PARIS – Three months after heavy snow collapsed half of the roof of the recently opened KBS plant in Waterford, production will be back online Monday.

Despite the folding of Oxford Homes, Maine Home Center, Burlington Homes and Waterford Homes, the move by KBS to reopen the plant signals that the modular home industry is not dead in the Oxford Hills area, KBS general manager Ray Atkisson said.

“The economy is not as bad as it looks,” said Atkisson, who has rehired each of the approximately 45 employees who were laid off and will add another five or so in addition to 120 employees at the Paris plant.

The reason is simple, Atkisson said.

“Here at KBS we’ve worked real hard to get the commercial field,” he said of projects including a $12 million townhouse/condo project in Oxford, Mass., 48 modular townhouse units for student housing at Thomas College and townhouses for the Chelmsford, Mass., Housing Authority. Last week, the company signed a letter of intent with Dartmouth College to construct the Rivercrest redevelopment project in Hanover, which will be used in part to house teachers and faculty.

The proof is in the numbers, Atkisson said. Three years ago, the commercial base was 20 percent of KBS business. Last year that number rose to 35 to 40 percent and commercial business is expected to be half of the company’s business this year.

Part of the process of building the business was a commitment to improve safety in the workplace, which in turn helped production, Atkisson said.

Lisa Gleeson, spokesman for MEMIC, formerly Maine Employees Mutual Insurance Co., said the company was awarded one of six outstanding workplace safety awards this year after KBS officials asked MEMIC to come into the Paris plant to address workplace safety issues in 2004 and then worked to make improvements. The company was judged against 22,000 members throughout New England.

“They have a better system in place to move products more efficiently,” she said.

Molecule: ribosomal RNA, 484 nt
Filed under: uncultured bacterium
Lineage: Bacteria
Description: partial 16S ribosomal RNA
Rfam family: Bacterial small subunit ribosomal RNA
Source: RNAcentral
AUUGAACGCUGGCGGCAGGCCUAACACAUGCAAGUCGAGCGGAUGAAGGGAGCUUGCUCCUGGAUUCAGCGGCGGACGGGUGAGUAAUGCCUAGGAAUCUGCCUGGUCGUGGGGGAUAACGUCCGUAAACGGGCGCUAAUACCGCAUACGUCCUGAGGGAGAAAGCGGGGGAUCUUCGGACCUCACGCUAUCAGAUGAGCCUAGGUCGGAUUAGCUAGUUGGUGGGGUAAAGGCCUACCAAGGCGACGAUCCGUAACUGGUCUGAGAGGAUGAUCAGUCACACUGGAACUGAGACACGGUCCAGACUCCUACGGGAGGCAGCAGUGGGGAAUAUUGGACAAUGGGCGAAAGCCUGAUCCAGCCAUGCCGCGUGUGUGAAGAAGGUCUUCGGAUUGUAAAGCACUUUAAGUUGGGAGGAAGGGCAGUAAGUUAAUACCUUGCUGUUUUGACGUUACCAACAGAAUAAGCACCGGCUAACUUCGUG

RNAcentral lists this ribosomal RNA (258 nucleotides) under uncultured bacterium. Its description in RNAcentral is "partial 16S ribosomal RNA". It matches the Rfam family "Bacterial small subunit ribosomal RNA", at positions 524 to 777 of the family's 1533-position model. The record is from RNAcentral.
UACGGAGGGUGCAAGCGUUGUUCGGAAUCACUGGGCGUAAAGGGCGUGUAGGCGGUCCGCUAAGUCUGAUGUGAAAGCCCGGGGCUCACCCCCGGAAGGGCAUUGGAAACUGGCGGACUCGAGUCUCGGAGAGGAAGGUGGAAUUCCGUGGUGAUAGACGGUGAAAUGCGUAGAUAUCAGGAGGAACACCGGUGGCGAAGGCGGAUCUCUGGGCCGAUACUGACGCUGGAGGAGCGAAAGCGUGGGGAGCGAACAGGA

When Atkisson was hired by owner Bill Farnham five years ago, he was told to either prepare the facility for a sale or turn a profit. Atkisson said he chose to make money. By assembling a top notch team and increasing the commercial business base, Atkisson said the then near-bankrupt company saw $9 million in business the first year rise to $31 million this year. The Waterford plant is paid in full and Farnham, who was an investor in KBS previously, now is sole owner.

Today, the company has enough work lined up to bring its employees through next June or July, he said.

Despite the positive note, Atkisson admits there are still issues that have to be addressed on a state level, such as health insurance costs that are driving many companies out of business.

Atkisson said he sent Gov. John Baldacci a letter asking for help, and he never got a response.

Fuel costs are also taking a toll. Atkisson said he locked into a heating fuel price of $2.29 a gallon last year but this year that price has escalated to $4.60 a gallon. He said come next winter he will not turn on the heat. He will find alternative heating measures, whether it’s solar, wood or whatever. “I don’t plan on turning on the furnace,” he said.

Long term, Atkisson said he believes the residential market will come back to the Oxford Hills modular manufacturing business by next spring. But he is concerned that without a solid economic base in the local area, employees will not be willing to settle and raise families and work in the area.

Still he is encouraged about where KBS is heading.

“I don’t think I have any competitors,” Atkisson said.

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